Tonight I broke the live concert COVID drought and saw my first live concert since lockdown came to Sydney. I could not have picked a more stimulating, harmonious and absorbing reintroduction to live music than The Sydney Chamber choir at the City Recital Hall.
One of Sydney’s finest vocal ensembles, tonight they performed a concert dedicated to remembrance and spirituality under the fine direction of Paul Stanhope. It was appropriate after the serious and fraught year we have had to have such an evening. It was a celebration of the glory of music and the whole evening was an uplifting experience.
Paul Stanhope is a former Artistic Director of this choir and a luminary of Australian Music. He is currently an Associate Professor of composition and Artistic Director of choral programs at the Sydney Conservatorium of Music. He is also a Composer of note and tonight, the main item on the program was Requiem (2021).
The programming was intelligent and interesting. with a collection of moving and dignified pieces dedicated to memory.
The concert opened with ‘Minga Bagan, Mother Earth’, by Brenda Gifford, a Yuin woman and classically trained Saxophonist and teacher. The great acoustics in the recital hall beautifully amplified the gentle harmonies of this evocative plea to take care of mother earth. I could almost picture a magnificent Australian landscape so beautifully realised in the lilt of the voices. We were reminded of how this prize winning choir acquired its reputation, with a combination of complete accuracy combined with a musicality – a joy to listen to.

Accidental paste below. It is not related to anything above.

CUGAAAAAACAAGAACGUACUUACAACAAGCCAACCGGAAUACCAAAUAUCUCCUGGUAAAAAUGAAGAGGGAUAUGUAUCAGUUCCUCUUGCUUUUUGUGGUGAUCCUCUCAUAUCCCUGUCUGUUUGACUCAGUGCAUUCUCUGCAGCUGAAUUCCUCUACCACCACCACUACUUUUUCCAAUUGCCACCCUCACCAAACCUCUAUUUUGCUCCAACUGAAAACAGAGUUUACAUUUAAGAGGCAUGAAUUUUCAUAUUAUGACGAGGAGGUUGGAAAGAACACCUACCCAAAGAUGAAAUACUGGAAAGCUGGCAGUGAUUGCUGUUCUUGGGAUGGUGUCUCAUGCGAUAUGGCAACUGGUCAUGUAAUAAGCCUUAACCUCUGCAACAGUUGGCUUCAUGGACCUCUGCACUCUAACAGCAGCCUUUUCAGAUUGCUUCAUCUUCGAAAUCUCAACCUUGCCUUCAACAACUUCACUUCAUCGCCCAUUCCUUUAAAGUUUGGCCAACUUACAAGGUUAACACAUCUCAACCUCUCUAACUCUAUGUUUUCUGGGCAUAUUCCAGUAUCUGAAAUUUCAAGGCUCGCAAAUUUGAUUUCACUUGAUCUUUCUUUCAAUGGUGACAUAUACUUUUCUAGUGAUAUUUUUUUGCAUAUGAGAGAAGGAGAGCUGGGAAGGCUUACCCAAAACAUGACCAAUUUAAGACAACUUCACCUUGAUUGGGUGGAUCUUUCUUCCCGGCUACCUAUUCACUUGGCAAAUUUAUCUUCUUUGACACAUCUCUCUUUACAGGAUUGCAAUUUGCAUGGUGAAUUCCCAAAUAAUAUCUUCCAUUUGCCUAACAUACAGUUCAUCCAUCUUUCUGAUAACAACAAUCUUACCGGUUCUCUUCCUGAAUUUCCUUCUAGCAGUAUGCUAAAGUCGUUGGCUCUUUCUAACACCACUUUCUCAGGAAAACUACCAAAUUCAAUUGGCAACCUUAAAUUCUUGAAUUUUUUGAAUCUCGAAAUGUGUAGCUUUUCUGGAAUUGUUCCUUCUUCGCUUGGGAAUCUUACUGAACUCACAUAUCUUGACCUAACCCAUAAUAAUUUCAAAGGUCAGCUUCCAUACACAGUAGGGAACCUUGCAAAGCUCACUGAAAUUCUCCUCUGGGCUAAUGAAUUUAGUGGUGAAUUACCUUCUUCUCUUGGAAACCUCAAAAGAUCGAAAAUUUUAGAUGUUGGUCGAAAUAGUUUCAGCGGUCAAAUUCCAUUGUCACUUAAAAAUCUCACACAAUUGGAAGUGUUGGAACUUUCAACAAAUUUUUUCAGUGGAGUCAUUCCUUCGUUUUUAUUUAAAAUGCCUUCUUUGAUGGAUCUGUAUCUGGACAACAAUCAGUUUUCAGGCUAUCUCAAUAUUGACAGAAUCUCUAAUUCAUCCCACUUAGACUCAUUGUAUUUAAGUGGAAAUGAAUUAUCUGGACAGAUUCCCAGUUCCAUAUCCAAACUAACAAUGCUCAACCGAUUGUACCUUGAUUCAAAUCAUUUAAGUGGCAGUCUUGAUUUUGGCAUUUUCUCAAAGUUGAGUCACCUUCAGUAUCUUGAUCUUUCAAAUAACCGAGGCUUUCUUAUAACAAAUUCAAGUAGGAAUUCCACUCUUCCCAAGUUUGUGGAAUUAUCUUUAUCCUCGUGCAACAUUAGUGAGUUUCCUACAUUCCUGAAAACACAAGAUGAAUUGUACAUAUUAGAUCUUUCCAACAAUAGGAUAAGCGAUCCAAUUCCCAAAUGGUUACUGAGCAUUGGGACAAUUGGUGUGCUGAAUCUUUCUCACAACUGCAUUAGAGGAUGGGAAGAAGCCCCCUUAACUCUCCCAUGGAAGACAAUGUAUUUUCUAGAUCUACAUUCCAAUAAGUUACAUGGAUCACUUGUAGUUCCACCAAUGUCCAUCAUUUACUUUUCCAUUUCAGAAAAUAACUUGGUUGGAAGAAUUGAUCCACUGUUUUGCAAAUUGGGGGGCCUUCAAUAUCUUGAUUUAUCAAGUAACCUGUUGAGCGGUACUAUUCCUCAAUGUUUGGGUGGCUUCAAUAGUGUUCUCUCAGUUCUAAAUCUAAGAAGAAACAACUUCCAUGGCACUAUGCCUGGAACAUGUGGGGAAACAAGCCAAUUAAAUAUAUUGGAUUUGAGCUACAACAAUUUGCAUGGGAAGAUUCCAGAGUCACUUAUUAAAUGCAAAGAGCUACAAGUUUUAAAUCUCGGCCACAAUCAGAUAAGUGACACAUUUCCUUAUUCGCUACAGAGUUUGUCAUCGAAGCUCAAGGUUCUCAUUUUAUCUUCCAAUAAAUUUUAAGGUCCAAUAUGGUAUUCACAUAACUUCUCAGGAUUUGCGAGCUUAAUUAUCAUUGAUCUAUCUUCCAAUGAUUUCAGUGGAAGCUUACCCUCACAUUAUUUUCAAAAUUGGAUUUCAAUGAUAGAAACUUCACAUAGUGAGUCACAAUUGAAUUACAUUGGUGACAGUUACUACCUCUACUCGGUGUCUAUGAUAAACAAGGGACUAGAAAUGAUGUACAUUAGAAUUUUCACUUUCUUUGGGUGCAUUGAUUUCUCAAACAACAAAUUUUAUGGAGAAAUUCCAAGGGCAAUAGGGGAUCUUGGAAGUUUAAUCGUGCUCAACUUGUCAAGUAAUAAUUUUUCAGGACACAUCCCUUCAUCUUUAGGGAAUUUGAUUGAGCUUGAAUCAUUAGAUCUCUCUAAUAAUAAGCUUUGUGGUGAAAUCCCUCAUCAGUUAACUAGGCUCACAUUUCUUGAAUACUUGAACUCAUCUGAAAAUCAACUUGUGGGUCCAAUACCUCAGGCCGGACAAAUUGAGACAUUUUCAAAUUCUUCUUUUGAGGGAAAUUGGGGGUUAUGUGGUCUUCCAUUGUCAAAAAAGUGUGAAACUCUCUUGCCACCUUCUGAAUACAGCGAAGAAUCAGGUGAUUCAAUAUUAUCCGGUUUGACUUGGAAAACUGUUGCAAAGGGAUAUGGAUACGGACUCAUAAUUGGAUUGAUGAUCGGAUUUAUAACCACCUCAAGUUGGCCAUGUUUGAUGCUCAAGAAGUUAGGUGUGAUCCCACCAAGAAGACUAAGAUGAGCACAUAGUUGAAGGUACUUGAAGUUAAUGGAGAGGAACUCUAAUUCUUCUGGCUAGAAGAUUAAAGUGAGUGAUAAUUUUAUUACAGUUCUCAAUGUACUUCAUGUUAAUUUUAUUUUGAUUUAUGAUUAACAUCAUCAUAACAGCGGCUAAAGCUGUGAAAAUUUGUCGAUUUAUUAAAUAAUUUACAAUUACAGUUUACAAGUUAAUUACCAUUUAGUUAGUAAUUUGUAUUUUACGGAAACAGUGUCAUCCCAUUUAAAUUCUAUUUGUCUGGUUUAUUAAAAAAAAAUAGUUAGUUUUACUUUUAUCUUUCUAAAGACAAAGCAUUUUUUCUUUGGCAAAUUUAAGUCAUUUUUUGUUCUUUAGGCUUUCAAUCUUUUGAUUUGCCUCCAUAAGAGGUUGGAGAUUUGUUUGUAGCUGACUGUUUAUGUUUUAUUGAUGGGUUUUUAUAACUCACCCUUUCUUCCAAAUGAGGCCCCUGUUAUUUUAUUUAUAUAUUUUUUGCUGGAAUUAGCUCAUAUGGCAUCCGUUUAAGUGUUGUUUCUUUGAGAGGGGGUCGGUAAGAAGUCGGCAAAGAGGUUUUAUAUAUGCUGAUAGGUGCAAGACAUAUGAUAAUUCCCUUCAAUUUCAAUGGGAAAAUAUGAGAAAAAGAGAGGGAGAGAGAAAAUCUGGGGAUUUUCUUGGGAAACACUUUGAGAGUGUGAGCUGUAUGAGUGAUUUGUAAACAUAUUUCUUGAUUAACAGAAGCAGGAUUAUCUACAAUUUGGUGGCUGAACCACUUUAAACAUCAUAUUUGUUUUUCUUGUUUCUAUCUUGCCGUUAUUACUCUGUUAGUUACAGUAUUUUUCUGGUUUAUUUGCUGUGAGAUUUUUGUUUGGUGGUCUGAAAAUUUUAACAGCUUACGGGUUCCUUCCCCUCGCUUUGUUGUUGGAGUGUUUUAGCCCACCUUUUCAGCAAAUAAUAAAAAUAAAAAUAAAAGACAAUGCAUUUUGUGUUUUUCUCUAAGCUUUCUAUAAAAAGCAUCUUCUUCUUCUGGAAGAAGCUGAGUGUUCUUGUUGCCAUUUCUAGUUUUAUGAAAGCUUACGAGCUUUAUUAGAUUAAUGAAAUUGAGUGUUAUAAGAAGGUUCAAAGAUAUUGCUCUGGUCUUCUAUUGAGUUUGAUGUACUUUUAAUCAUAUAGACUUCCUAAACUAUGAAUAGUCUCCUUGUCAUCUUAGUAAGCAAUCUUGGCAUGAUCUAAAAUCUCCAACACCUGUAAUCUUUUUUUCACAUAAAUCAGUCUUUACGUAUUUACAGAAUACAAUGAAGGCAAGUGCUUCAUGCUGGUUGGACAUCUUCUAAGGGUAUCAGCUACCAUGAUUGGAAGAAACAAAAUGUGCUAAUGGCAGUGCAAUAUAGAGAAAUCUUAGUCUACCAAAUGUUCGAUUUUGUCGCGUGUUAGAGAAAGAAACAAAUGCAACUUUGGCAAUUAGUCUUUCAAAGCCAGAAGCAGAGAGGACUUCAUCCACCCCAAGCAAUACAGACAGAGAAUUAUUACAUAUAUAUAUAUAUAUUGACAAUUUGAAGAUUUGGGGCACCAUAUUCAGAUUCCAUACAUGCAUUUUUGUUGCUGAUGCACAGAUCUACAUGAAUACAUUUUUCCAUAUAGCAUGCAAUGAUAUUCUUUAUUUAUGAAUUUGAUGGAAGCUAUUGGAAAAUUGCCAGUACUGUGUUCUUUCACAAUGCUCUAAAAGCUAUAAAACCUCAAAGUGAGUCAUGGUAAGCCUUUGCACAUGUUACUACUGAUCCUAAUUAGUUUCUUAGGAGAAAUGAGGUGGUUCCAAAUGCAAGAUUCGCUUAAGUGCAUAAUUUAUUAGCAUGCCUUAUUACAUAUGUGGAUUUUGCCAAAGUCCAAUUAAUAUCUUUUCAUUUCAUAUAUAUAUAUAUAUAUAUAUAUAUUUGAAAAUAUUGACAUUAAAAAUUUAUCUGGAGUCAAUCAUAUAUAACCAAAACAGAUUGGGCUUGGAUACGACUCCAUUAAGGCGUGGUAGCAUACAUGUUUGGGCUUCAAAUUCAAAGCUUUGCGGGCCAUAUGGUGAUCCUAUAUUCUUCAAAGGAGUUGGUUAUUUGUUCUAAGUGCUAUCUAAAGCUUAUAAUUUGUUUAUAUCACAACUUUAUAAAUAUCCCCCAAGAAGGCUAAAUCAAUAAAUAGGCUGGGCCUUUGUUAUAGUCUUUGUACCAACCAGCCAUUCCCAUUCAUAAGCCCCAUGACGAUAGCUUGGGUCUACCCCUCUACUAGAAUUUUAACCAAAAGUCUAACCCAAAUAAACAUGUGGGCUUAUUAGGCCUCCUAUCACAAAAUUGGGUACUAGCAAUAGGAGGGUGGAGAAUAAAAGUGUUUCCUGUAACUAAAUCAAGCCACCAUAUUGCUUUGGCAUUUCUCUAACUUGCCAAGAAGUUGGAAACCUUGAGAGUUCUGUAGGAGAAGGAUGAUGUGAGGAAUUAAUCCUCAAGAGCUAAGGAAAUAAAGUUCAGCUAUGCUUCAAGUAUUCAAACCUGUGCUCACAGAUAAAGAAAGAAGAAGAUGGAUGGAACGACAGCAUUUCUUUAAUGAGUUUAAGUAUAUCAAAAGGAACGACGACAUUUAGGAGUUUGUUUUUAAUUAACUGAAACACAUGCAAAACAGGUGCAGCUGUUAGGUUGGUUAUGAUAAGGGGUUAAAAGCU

We were then treated to Thomas Luis de Victoria’s. ‘Lament’. Written in 1605 by a master of the art of Baroque choral music, this was an interesting contrast to the other offerings of the evening.
The mood of honouring and memory continued with Mary Finsterer’s, ‘When Soft Voices Die’.
My personal favourite of the night was James Macmillan’s ‘Miserere’. Sir James Loy Macmillan is Scotland’s most eminent classical composer and this piece, a setting of Psalm 51 to music, was full of life and vitality. The music, based on a Scottish ballad previously written by Macmillan was punctuated by dramatic duets. The piece, though based on repentance, was rich and complex, and completely absorbing.
Paul Stanhope drew from many sources of inspirations for the different movements of his Requiem which had its world premiere at this concert, including poetry by indigenous poet, Oodgeroo Noonuccal, Emiliy Dickinson, Neela Nath Das, Mary Elizabeth Fry as well as the traditional Latin Mass.
The featured soloists, particularly the sopranos Chloe Lankshear on stage, and Claire Burrell McDonald who featured off stage in the ‘Angus Dei’ were accomplished with a clear and deep understanding,. and love of the piece they were singing.
Along with the choir, ‘The Requiem’ was supported by Callum Hogan on oboe, Richard Shaw on the clarinet, Jess Meulenbroeks on the bassoon, Euan Harvey on the horn, Emily Granger on the harp, and Jesse Ciampa on percussion.
‘The Requiem’, though mournful, was also full of love and hope – and its finale, Emily Dickinson’s ‘Hope is the thing with Feathers’ was a beautiful and appropriate finish.
Paul Stanhope was a dynamic conductor and was rewarded with a well deserved standing ovation.
We left the concert hall, refreshed and uplifted by one of Sydney’s treasures, and ready for hopefully more treats from this group in the future!
PAUL STANHOPE : A NEW REQUIEM took place at the City Recital Hall on Saturday 13th March 2021.